To these reasons, one can add that the sources giving an early birthdate for Gisela or giving Bruno as the middle husband are not ideal. The lead plaque was clumsily made, and shows signs of having been made in great haste, undermining its reliability [Rieckenberg (1952), 536; Hlawitschka (1987), 133, 141]. Supporters of the date on the plaque point out that the most likely errors in copying the date would not produce an error of ten years [Dobbertin (1972), 63]. However, since the plaque was evidently made in a hurry, the date itself could have been hastily miscalculated. Also, as a source, Annalista Saxo is reasonably reliable, but it is not contemporary. Accidently mixing the order of three husbands is an error that could easily be made in such a work.

Thus, we are confronted with two sources making direct statements that Gisela was born in 999 and that Bruno was the middle husband, which are countered by numerous pieces of indirect evidence. While these pieces of evidence can be individually explained away with varying degrees of plausibility, their combined weight is quite strong. Thus, it must be concluded with a very high degree of probability that Gisela was born a decade or so earlier than 999, and that Bruno was her first husband. Her son Ernst was probably born about 1010 or earlier, and her son Liudolf a few years earlier than that. Once it is seen that the statements of the lead plaque about the birthdate of Gisela and of Annalista Saxo regarding the order of the marriage need to be set aside, these dates fit the remaining evidence fairly well.

It should be noted here that Liudolf has acquired other conjectured daughters who would then be sisters (or conjectured sisters) of Agatha if the German Hypothesis holds true. While none of these cases has any significant relevance to the case of Agatha, a couple of these supposed daughters merit a brief description here.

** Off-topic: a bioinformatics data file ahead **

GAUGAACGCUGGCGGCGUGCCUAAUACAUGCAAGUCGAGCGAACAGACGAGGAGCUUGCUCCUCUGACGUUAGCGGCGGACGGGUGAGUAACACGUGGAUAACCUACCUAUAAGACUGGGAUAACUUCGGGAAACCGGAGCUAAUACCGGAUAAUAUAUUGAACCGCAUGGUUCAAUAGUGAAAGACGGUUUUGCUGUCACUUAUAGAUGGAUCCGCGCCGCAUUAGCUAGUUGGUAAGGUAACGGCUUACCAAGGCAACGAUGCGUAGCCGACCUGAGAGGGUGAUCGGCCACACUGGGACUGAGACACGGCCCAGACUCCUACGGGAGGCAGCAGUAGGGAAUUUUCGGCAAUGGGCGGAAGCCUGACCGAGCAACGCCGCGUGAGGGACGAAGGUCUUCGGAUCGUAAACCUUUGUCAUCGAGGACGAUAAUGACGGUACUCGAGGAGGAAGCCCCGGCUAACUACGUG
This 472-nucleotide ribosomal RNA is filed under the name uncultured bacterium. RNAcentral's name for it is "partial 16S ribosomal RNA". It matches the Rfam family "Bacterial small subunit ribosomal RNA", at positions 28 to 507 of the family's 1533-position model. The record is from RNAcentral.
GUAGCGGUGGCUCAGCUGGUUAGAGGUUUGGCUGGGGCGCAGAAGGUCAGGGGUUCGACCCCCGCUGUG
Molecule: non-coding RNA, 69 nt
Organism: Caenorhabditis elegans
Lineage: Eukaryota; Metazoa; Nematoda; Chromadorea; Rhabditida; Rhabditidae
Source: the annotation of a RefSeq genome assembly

Of these, the most notable is Ida von Elsdorf, herself the subject of a significant literature [see, e.g., Krause (1875); Dobbertin (1962); Dobbertin (1972); Hlawitschka (1987), 128-155]. The apparent key to her ancestry is the statement of Albert von Stade, written two centuries after her birth, that she was a daughter of a brother of emperor Heinrich III and of a sister of pope Leo IX ["Hec [Ida] fuit filia fratris imperatoris Heinrici III, filia quoque sororis Leonis pape, qui et Bruno." Albert von Stade, Annales Stadenses, s.a. 1112, MGH SS 16: 319]. Thus, by process of elimination, because Heinrich's brothers Ernst II and Hermann IV are improbable candidates for the father of Ida, she has often been placed as a daughter of Liudolf [e.g., Krause (1875); Hlawitschka (1987), 128-155]. However, there is a chronological problem. Ida had a son Ekbert who was killed before 1054, evidently older than a mere child [Albert von Stade, Annales Stadenses, s.a. 1112, MGH SS 16: 319; Ida's avunculus Leo IX (d. 1054) was still pope at the time]. If Gisela were born in 999, then it would be clearly impossible for Ida to be her granddaughter. The chronology is extremely tight even if the birth of Gisela is placed a decade earlier. Dobbertin, who accepts the 999 birthdate of Gisela, would make Ida a stepdaughter of Liudolf by identifying Liudolf's wife Gertrude with the Gertrude, daughter of Ekbert, who was divorced from her husband Gottschalk in 1018 ["... Bernwardus episcopus ... Godescalcum, Eggihardi praesidis filium, et Gerdrudam, Egberhdi comitis filiam, separavit." Ann. Hildesheim., s.a. 1018, MGH SS 3: 95; Dobbertin (1962), 63-5]. By making Ida a daughter of Gottschalk and Gertrude, he is making Gertrude much older than her supposed second husband. Much is made uncertain by the lateness of Albert von Stade as a source, and the parentage of Ida seems inconclusive.